County and public school employees in Arlington County will be required to get a coronavirus vaccine or undergo weekly testing, local officials said Thursday, making it the first local jurisdiction in Northern Virginia to implement such a mandate.
Arlington, like most jurisdictions in the region, is seeing a “substantial” level of community spread of the virus, according to the Centers for Disease Control and Prevention’s tracker, in part driven by the highly contagious delta variant.
“Our top priority continues to be the health and well-being of our employees, residents and community,” Schwartz said. “When anyone visits a County Government facility, they deserve to know that we have done everything in our power to protect them from COVID-19.”
County and public school employees will be required to submit vaccine documentation, according to a news release. Unvaccinated employees will be required to undergo free testing at least once a week. The order goes into effect Aug. 30.
Officials in the nearby city of Alexandria and Fairfax County have said they were considering such a mandate but have not implemented it yet.
Virginia Gov. Ralph Northam (D) announced last week that all state employees must be vaccinated by Sept. 1 or face weekly testing, and D.C. officials have imposed a similar requirement on city staff, including teachers. Maryland’s mandate will apply only to state employees who work in congregate settings, such as prisons and hospitals.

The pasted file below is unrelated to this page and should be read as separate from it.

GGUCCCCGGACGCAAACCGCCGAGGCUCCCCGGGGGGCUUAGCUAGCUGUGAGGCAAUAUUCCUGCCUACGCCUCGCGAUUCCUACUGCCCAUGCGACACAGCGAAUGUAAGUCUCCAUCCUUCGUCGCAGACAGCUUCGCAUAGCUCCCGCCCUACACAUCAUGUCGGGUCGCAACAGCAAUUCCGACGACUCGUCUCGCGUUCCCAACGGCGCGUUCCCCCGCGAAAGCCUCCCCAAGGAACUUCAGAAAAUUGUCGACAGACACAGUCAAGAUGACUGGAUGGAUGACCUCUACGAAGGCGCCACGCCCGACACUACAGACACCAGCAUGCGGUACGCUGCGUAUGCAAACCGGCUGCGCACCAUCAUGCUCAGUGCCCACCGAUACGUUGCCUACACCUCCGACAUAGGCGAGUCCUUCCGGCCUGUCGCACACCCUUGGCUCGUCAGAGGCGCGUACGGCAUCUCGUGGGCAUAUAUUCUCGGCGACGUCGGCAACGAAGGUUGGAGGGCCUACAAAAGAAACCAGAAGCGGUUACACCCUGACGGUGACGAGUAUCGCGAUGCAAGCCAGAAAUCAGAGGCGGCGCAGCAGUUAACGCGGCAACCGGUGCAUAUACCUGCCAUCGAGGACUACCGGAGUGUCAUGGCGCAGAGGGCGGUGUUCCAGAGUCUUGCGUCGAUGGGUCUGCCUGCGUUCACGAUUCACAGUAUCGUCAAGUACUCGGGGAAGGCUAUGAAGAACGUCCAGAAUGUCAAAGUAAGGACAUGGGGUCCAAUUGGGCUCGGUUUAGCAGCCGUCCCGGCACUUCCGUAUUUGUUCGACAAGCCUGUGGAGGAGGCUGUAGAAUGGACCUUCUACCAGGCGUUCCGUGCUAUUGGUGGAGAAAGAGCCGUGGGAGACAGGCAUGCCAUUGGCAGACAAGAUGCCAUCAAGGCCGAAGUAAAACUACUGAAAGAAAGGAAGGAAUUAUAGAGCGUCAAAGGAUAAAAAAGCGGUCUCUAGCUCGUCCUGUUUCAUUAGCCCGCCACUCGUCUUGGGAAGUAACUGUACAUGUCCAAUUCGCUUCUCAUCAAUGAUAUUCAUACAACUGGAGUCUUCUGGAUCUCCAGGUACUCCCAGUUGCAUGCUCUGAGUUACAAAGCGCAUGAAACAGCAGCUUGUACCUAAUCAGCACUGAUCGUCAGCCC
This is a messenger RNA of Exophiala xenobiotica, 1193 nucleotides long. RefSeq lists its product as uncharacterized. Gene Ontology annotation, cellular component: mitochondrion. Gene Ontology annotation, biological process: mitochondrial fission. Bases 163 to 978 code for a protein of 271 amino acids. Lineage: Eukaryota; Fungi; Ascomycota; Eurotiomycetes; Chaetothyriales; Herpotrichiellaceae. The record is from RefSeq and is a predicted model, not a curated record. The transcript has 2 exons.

Arlington Public Schools is the first school district in Northern Virginia to issue a vaccination mandate for its employees.
Fairfax County Public Schools is in the process of considering such a mandate, a spokeswoman said, while districts in the city of Alexandria and Loudoun County do not have requirements. A Loudoun County Public Schools spokesman said 90 percent of the school system’s employees are vaccinated.
APS Superintendent Francisco Durán said in a statement that “mandatory staff vaccinations and our universal mask requirement are two of the most effective ways to prevent the spread of COVID-19 and are vital ways we are working to keep our schools open and safe for all.”
Bryna Helfer, Arlington County’s communications director, said that Arlington does not have data on how many county employees are vaccinated. Staff members may have received the vaccine elsewhere in the region, she said, or received priority because of their age or medical condition.
Arlington County Board Chair Matt de Ferranti (D) said he supported the vaccination mandate for county employees and would like the vaccination rate among them to be made public if possible. A small number of staff members, including employees in the county attorney’s office, are not officially covered by the mandate.
Hannah Natanson and Antonio Olivo contributed to this report.